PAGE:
7. Dec 14, 2016 #6

    Chalnoth

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    This is unanswerable at present. We only know that it is significantly larger than the observable universe. How much larger is likely to be impossible to determine.

    It'd only have a diameter if the universe was a hypersphere. It might be, but this is by no means clear. Either way, it's likely to be impossible to determine whether or not this is the case.
     
  8. Dec 14, 2016 #7
    In relation to the vacuum the word needs defining. If you mean a place where no thing exists then there is no vacuum in physics. In fact the concept of no thing ie nothing existing somewhere is illogical.
     
  9. Dec 14, 2016 #8
    yes that's exactly what I had in mind.
    I am not sure about this I ll have to think about it .
     
  10. Dec 14, 2016 #9
    Should be semantically obvious without bothering to physics.
     
  11. Dec 14, 2016 #10
    Not so obvious. No thing has no physical existence but has conceptual existence, that is it is a concept or an idea like every other concept.
     
  12. Dec 14, 2016 #11
    What region of space do concepts occupy?
     
  13. Dec 14, 2016 #12
    Well I really don't know :D , this goes back to the space of ideas and idealism, but you are right concepts do not occupy a region of the physical 3D space or 4D space-time.
    So, well, if the universe is finite outside of it exists just the concept of a subset of ##R^4## no thing particle or field can exist there.
     
  14. Dec 14, 2016 #13
    I dont know what you mean by "outside" of the universe??? That's a logical contradiction.
     
  15. Dec 14, 2016 #14
    In the physical interpretation it is a contradiction but seeing things purely mathematically, and seeing the finite universe (if the universe is finite) as a bounded subset of ##R^4## , outside of this subset exists the rest of ##R^4##.
     
  16. Dec 14, 2016 #15

    PeterDonis

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    That's not a problem, it's just helpful to set the thread level appropriately so we know your general knowledge level. I have changed this thread to a "B".

    As I said in post #2, as best we can tell, our universe is spatially infinite.

    If it were spatially finite, then it would have the spatial geometry of a 3-sphere (at least in the simplest model), so it would have a diameter, yes. The data we have tells us that if this is the case (possible given the error bars in the data but most cosmologists consider it very unlikely), the diameter of the whole universe would be much, much larger than the diameter of the observable universe.
     
  17. Dec 14, 2016 #16

    PeterDonis

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    If the universe is finite and has the spatial geometry of a 3-sphere, then the overall topology is ##S^3 \times R##. This is not a bounded subset of ##R^4##.

    The word "exists" is a very vague word, and we should not get sidetracked over all the possible arguments about whether and in what sense mathematical concepts "exist" if they are not physically realized. This is a physics forum, and as far as physics is concerned, the universe, whatever its geometry and topology might be, is what "exists"; an abstract mathematical object in which the geometry and topology could, mathematically, be embedded does not "exist" as far as physics is concerned.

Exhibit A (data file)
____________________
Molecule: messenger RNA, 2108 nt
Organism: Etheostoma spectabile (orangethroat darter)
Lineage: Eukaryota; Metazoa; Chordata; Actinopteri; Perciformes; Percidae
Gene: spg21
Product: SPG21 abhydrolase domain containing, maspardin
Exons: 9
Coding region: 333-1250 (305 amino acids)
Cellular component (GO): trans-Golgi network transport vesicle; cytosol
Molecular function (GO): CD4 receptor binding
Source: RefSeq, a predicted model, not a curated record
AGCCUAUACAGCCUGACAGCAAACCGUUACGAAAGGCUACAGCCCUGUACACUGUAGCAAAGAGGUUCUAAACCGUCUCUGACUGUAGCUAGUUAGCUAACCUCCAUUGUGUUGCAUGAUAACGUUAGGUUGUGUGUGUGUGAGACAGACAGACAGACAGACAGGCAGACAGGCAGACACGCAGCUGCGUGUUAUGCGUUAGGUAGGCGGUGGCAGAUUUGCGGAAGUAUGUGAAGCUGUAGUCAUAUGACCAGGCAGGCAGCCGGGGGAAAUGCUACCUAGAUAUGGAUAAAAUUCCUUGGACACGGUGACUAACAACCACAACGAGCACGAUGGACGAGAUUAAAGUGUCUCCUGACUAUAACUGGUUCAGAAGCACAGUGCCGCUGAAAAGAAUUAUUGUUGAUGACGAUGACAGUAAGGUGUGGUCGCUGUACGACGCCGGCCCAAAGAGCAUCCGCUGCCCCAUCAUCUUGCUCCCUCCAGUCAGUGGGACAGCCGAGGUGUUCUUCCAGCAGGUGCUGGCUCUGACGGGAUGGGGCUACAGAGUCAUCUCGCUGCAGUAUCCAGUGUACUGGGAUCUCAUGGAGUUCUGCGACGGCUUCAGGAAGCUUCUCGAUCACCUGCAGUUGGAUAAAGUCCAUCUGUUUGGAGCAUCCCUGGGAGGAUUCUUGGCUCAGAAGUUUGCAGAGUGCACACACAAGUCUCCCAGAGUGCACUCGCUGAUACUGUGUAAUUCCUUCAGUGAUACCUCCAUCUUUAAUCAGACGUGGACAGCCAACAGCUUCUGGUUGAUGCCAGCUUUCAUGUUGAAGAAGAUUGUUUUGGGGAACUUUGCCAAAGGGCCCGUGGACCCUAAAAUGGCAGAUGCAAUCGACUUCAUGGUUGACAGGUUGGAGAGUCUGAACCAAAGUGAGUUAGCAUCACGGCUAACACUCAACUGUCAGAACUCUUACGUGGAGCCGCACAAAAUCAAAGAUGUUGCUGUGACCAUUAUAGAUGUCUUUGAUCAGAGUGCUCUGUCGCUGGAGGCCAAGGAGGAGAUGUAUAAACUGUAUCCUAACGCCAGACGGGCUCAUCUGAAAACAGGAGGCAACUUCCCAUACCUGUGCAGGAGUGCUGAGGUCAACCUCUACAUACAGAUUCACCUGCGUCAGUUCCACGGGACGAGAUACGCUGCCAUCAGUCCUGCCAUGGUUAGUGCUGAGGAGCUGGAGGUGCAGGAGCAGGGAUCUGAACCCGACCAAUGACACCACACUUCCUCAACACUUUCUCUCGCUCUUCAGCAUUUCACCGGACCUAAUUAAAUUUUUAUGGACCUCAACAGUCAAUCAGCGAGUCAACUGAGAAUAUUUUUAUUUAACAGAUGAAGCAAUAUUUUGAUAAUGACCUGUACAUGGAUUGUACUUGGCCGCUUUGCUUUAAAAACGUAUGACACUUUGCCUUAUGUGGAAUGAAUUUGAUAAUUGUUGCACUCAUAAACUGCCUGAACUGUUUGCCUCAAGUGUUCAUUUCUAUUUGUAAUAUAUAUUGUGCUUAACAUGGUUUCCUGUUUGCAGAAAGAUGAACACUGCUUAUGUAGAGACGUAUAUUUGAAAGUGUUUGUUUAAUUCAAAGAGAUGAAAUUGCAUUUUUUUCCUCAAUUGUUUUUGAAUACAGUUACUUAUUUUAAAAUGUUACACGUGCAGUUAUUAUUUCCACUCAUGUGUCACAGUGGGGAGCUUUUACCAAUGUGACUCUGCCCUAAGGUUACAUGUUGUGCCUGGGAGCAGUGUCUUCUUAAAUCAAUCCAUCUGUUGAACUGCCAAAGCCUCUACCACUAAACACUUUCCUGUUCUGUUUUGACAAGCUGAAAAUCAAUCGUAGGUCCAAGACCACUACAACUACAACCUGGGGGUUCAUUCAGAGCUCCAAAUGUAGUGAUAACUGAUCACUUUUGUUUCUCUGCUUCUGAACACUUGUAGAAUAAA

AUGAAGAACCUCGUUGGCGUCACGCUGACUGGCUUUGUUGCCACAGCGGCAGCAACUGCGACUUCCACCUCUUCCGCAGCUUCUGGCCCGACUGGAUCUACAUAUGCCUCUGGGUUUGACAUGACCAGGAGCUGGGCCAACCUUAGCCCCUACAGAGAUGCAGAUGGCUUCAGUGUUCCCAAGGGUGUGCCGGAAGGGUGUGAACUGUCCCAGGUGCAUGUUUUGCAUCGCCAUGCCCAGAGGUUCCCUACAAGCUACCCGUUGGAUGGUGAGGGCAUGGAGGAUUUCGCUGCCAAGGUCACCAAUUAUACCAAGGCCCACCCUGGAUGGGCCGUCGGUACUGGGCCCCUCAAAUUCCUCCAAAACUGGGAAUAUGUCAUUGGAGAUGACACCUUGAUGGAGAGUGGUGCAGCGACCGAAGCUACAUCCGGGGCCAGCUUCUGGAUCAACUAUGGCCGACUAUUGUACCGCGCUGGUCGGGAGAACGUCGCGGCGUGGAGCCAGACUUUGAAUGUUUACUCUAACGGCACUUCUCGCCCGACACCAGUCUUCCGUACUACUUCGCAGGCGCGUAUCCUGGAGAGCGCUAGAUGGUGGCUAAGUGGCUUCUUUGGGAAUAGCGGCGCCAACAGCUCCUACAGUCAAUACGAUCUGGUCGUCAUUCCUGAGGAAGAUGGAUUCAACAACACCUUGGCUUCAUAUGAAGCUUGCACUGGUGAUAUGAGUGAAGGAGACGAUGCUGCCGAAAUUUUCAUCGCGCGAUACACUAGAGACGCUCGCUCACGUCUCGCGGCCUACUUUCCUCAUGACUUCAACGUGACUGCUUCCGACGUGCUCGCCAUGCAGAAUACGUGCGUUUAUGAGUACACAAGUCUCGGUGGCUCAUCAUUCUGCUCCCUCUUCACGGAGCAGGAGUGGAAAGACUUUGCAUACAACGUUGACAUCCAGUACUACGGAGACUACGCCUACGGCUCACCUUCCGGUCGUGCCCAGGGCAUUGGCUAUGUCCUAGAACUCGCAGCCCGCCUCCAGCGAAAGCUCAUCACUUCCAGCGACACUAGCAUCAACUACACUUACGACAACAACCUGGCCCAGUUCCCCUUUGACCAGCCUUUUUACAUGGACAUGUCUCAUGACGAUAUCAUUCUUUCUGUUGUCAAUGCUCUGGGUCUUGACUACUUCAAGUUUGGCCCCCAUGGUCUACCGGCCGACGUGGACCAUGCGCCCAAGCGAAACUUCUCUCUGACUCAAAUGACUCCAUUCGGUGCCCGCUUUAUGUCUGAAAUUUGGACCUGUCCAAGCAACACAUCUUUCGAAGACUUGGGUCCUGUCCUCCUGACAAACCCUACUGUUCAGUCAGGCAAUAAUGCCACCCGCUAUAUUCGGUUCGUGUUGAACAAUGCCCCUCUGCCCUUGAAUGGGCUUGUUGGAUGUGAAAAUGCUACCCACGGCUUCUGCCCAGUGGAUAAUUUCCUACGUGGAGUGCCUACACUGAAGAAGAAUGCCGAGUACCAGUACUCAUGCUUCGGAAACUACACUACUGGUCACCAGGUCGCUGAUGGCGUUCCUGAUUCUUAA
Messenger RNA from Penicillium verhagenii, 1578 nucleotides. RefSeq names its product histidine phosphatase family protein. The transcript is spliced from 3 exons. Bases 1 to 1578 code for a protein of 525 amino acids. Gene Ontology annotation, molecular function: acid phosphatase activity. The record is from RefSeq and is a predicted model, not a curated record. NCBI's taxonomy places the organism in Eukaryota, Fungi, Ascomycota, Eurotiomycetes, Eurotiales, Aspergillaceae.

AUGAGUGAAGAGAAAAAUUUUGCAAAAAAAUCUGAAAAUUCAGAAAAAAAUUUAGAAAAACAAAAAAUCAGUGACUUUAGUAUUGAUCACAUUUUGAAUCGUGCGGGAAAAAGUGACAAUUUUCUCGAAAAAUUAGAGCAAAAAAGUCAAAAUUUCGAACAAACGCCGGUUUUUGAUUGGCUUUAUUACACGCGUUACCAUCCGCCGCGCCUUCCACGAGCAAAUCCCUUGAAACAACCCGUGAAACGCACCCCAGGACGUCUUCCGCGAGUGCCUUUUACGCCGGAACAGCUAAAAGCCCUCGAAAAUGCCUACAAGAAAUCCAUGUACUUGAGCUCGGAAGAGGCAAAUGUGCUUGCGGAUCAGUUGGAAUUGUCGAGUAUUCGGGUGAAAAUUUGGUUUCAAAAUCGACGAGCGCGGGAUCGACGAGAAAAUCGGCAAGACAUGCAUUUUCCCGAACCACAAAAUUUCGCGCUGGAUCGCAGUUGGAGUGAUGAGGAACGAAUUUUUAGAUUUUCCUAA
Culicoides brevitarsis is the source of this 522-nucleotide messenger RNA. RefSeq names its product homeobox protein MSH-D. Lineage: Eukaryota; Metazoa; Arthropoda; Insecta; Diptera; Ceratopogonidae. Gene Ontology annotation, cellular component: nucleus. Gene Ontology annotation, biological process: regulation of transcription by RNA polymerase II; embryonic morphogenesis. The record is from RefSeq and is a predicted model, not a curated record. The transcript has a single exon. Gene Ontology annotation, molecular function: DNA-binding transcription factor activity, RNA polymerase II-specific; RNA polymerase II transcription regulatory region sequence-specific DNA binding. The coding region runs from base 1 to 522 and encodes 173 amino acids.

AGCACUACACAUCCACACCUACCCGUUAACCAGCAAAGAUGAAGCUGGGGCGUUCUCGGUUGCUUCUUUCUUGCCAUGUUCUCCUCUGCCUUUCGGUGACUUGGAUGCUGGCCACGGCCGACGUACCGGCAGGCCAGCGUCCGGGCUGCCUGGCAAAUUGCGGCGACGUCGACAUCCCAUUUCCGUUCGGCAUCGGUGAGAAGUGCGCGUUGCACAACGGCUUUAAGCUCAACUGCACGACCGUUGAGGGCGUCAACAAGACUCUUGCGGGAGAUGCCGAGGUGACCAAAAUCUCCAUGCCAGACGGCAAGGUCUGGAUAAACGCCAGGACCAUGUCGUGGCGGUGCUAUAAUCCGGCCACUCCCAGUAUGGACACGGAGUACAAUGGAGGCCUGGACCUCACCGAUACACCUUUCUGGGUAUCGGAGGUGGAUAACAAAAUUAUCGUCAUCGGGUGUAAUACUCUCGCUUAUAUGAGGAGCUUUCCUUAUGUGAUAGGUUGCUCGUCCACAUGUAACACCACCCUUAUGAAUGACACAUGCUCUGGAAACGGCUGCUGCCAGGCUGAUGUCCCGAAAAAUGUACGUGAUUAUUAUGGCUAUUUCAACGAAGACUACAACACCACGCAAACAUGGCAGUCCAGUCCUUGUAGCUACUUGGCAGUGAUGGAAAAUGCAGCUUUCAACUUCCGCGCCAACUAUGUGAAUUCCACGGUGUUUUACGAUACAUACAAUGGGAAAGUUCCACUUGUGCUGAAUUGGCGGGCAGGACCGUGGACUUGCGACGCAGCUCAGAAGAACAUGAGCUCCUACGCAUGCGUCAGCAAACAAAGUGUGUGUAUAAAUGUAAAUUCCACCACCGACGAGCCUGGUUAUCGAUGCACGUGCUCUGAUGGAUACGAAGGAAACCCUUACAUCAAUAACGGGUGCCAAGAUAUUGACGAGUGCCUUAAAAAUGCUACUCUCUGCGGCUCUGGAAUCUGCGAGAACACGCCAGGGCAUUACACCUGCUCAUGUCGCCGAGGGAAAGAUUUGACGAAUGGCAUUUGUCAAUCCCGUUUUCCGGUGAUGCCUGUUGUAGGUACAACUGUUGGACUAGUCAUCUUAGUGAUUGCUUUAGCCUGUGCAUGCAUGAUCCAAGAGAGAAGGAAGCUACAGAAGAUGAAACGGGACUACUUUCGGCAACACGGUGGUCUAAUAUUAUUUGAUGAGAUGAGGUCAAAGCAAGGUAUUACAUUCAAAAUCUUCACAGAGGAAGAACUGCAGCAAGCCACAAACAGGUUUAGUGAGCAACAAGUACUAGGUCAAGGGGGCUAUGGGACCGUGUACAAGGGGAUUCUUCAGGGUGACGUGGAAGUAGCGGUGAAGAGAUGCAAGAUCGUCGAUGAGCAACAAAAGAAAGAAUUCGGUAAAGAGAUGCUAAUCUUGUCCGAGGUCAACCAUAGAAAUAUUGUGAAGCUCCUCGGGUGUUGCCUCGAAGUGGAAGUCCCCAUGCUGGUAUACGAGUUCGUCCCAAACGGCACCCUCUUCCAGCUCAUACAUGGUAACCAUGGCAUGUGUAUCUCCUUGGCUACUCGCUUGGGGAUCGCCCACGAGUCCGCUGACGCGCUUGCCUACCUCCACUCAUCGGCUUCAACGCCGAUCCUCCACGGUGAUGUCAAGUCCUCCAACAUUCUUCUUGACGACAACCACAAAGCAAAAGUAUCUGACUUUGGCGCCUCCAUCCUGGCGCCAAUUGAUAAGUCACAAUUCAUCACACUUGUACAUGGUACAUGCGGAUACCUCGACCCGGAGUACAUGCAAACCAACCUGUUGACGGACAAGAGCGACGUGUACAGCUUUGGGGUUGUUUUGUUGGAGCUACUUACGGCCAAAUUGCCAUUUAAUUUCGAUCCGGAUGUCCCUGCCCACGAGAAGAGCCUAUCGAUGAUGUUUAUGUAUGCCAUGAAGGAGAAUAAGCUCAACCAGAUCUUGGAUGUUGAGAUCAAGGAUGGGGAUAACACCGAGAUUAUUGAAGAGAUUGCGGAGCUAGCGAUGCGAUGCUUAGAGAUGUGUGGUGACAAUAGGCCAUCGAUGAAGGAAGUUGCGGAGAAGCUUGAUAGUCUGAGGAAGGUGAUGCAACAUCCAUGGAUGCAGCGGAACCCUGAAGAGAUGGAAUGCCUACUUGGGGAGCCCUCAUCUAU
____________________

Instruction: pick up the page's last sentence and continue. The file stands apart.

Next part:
18. Dec 14, 2016 #17
    One thing is a set or subset and another thing is its topology. A finite universe could be like ##S^3## which is a bounded subset of ##R^4## I am not sure why you give it a topology of ##S^3xR##. I ll take a guess you probably want to say that the universe can be infinitely inflated?
    Though I have my views on what conceptually exists,what physically exists, and what really exists, and that these three are not necessarily the same thing, I agree that this forum is not the place to discuss it.
     
  19. Dec 14, 2016 #18

    PeterDonis

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    A topology requires an underlying set, so by asking if the spacetime of the universe is a bounded subset of ##R^4## you are implicitly asking about its topology, or at least the underlying set of its topology.

    No, it can't, because you are leaving out the time dimension.

    Because you have to include the time dimension; the full spacetime is an ##R##'s worth of ##S^3## hypersurfaces. And it's the full spacetime you have to look at if you are trying to determine whether or not it is a bounded subset of ##R^4##; if you were just looking at "space", not spacetime, you would have to ask whether ##S^3## is a bounded subset of ##R^3##, not ##R^4##. (Which it isn't.)
     
  20. Dec 14, 2016 #19
    What definition for ##S^3## physicists use in relativity? The one I know ##S^3## is by definition bounded subset of R^4.

    Anyway you seem to imply that the time dimension is infinite?
     
  21. Dec 14, 2016 #20

    PeterDonis

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    This is one way of defining ##S^3##, yes, but it's not the only way. You can define ##S^3## purely in terms of its intrinsic properties, without reference to it being a subset of anything else. The latter is the definition physicists use in relativity. An example of such a definition is that ##S^3## is the manifold obtained by "gluing" two 3-balls together by identifying their boundaries, as described here:

    https://en.wikipedia.org/wiki/3-sphere#Gluing

    (Note that the "fourth dimension" mentioned in this Wikipedia article is not necessary to the construction; it's just an aid to visualization.)